Political posturing is on and the Aya Ram- Gaya Ram syndrome is fully on display as countdown for the state assembly polls begin in Haryana. Already the Election Commission, which is yet to announce the election dates, has expressed its satisfaction with the poll preparations in the state. As the ruling Congress fights anti-incumbency and a resurgent BJP, tough time is ahead of the two-term chief minister Bhupinder Singh Hooda in the state this time.
Initial trends suggest that the BJP is far ahead of other political parties and is in the most commanding position in Haryana. The party, for the first time ever, had won seven of the 10 Lok Sabha seats in this year's general election. In the process it also registered a lead in 53 of the 90 assembly segments in the state. Its share of votes too jumped to a commendable 34.6 per cent from a dismal 17.21 per cent in the 2009 general elections.
Indeed the BJP is looking forward to better its miserable 2009 performance when it could win only four assembly seats in the state. The party president Amit Shah launched the poll campaign with a rally, organised by the Congress dissident and Rajya Sabha MP Birender Singh Chaudhary in Jind on August 16. Singh formally joined the BJP at the rally.
Yet more spectacular was the BJP's poster boy and Prime Minister Narendra Modi's visit to the state to lay the foundation stone for the modernisation of the Ambala-Hisar national highway on August 19. During his public rally at Kaithal, where CM Hooda was also present, the latter was shouted down by Narendra Modi supporters that made him vow that he will never share stage with PM again.
Hooda on his part is expected to hold a rally in Panipat on August 24 which is being seen as Hooda's show of strength. Reports suggest that Hooda has asked party ticket seekers, in particular, to bring crowds to the rally. The Chief Minister, who has already announced many sops to the people to counter anti-incumbency, is likely to announce his election manifesto during the rally.
Yet it is not going to be easy for Hooda in face of the criticisms from his own party leaders about his style of functioning. Besides Birender Singh Chaudhary who subsequently left the Congress to join the BJP, senior Congress leader and Rajya Sabha member Kumari Selja too has accused Hooda of biased development with thrust on Rohtak constituency from where he contests. In a recent ABP News-Nielsen Opinion Poll too, 71 per cent respondents felt that Hooda only focussed on development of Rohtak & ignored rest of Haryana. Venod Sharma, a former union minister and Hooda's closest confidant for nearly a decade, too quit the Congress in March to form his own Jan Chetna party. Hooda's senior minister Ajay Singh Yadav too has quit the Hooda government and another state minister, Kiran Chaudhary, too is reportedly not in best of terms with the Chief Minister.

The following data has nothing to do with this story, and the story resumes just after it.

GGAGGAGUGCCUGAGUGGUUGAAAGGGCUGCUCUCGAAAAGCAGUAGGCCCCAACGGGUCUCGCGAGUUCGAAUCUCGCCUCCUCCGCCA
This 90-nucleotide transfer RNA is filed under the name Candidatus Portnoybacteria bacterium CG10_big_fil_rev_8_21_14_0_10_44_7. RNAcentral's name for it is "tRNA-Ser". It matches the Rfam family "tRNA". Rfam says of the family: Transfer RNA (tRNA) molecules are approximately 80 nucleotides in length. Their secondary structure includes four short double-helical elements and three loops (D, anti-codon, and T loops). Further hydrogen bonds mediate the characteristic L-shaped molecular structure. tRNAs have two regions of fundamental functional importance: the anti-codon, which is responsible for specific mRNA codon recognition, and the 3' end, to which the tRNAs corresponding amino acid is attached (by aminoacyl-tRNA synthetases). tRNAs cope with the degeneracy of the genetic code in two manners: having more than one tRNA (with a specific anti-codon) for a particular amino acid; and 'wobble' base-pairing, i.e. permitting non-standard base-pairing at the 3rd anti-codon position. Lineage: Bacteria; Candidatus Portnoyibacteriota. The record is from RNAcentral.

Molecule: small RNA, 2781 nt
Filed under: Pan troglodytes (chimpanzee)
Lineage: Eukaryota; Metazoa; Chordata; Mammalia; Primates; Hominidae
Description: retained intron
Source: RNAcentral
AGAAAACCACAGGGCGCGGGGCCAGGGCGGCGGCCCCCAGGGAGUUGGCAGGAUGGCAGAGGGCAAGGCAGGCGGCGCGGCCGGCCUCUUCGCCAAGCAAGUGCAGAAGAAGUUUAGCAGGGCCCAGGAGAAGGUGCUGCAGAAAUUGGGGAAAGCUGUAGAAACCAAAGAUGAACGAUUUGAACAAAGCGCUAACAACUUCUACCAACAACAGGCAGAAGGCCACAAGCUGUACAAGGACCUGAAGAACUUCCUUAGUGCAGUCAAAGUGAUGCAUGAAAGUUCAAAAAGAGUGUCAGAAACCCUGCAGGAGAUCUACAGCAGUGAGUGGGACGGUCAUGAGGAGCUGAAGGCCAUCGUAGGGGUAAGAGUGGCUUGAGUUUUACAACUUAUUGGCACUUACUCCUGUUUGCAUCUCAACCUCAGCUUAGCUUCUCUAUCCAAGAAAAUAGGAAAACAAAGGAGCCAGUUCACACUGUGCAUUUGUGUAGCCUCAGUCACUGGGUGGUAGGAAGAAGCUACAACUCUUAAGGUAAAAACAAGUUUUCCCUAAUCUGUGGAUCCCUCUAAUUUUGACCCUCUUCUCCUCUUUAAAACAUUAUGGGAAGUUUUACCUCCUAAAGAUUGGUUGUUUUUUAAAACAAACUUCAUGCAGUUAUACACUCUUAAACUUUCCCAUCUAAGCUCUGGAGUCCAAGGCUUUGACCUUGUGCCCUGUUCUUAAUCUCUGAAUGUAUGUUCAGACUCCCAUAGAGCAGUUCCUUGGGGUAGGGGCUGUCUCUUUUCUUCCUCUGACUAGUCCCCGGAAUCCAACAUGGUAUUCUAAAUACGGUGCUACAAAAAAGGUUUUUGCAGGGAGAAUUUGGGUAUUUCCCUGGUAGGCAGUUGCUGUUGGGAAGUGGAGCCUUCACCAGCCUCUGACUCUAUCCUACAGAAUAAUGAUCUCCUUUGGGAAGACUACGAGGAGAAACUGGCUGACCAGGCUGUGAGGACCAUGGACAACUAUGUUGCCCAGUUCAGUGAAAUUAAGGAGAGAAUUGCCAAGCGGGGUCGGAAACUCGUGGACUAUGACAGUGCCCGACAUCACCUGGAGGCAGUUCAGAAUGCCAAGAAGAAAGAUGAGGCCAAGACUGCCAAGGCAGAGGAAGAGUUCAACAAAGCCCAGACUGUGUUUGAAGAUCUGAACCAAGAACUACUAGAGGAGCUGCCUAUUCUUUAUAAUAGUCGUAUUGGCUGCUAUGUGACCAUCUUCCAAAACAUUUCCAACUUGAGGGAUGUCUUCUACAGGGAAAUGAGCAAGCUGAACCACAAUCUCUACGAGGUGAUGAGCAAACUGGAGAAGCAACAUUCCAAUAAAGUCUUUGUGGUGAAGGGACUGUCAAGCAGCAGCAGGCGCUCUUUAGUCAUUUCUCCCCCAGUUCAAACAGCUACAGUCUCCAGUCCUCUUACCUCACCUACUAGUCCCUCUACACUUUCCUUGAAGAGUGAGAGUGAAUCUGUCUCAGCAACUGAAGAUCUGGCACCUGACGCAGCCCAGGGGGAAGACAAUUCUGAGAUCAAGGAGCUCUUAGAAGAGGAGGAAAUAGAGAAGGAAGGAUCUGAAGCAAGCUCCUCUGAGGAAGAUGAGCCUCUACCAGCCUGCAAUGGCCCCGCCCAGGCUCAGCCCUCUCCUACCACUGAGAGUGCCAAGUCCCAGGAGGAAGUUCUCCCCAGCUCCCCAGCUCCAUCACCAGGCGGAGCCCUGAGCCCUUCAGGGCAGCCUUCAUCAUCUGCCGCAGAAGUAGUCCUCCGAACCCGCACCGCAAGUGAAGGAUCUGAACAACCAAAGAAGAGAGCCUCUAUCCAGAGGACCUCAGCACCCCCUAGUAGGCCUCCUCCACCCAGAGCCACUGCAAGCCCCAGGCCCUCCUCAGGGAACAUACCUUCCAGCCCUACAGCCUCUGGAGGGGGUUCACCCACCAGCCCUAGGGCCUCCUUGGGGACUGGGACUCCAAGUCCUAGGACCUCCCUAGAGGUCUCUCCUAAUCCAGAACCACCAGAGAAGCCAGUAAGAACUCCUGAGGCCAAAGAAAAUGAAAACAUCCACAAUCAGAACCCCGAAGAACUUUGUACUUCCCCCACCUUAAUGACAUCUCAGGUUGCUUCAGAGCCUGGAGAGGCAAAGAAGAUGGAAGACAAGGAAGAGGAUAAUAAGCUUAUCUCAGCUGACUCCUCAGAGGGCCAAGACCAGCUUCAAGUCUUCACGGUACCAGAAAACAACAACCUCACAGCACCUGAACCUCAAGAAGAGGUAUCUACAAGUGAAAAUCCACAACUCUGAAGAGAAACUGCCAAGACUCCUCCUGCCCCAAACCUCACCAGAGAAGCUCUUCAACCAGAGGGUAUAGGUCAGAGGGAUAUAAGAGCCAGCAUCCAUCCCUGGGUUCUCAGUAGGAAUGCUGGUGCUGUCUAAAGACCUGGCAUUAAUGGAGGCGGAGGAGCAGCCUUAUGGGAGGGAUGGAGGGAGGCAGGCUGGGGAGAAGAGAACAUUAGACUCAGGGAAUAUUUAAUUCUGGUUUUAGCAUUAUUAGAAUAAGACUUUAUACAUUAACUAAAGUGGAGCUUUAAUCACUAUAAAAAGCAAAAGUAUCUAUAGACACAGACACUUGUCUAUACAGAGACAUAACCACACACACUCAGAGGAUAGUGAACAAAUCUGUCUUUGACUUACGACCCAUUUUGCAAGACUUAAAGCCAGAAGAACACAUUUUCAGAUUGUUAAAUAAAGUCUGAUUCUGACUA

Earlier too, before the Lok Sabha elections, three of the winning BJP candidates Rao Inderjit Singh (Gurgaon), Ramesh Chander Kaushik (Sonepat) and Dharambir Bhaleram (Bhiwani-Mahendragarh) were 'imports' from the Congress who had quit the party following differences with Hooda. Singh, while still a Congress MP, had even floated a Haryana Insaf Manch against Hooda who, the former charged, was discriminating between his home constituency Rohtak and others. Only recently, the four-time Congress MP Avtar Singh Bhadana, who had lost the last general election, too joined the exodus from ruling Congress in poll-bound Haryana, spitting venom against Hooda. Even the BSP has sought to exploit Hooda's plight by projecting the Congress defector and former Congress MP Arvind Sharma as the party's chief ministerial candidate in the assembly elections.
In the 2009 state assembly elections, the Congress had won 41 seats. BJP 4, HJC 6, INLD 30, BSP 1, and Others 8. However, now things have changed and the BJP appears to be the largest beneficiary of the feud in the Congress and the perceived anti-incumbency wave against it. Even the above mentioned opinion poll has suggested that this time the BJP could win 46 seats in the state if it contests with its 3-year-old ally Haryana Janhit Congress (BL) which could bag 10 seats in ensuing elections for the 90-member Haryana House. Even without the alliance, the survey showed the BJP could win 43 seats. The survey predicted between 19-26 seats for the Indian National Lok Dal and 13 for the Congress.
It may be mentioned that the HJC and the BJP were brought together to a common platform three years ago by Sushma Swaraj who hails from Haryana. The mutual understanding was that in a state election, the parties would each fight 45 of the 90 seats. The chief minister's post would go to HJC chief Kuldeep Bishnoi. However, equations have fast changed after the HJC failed to open its account in this summer's general elections.
As hectic parleys are on with Bishnoi calling on the BJP President Shah, reports suggest that the BJP wants to rewrite the seat-sharing agreement signed in 2011, and would yield only 18 seats to the HJC in the coming elections. Both the leaders are reported to be meeting again soon on the issue. Speculations are rife on even the likelihood of a BJP-INLD tie up in the state, which analysts feel could fetch around 75 seats to the alliance. The INLD, though, has already announced its first list of 62 candidates in the fray.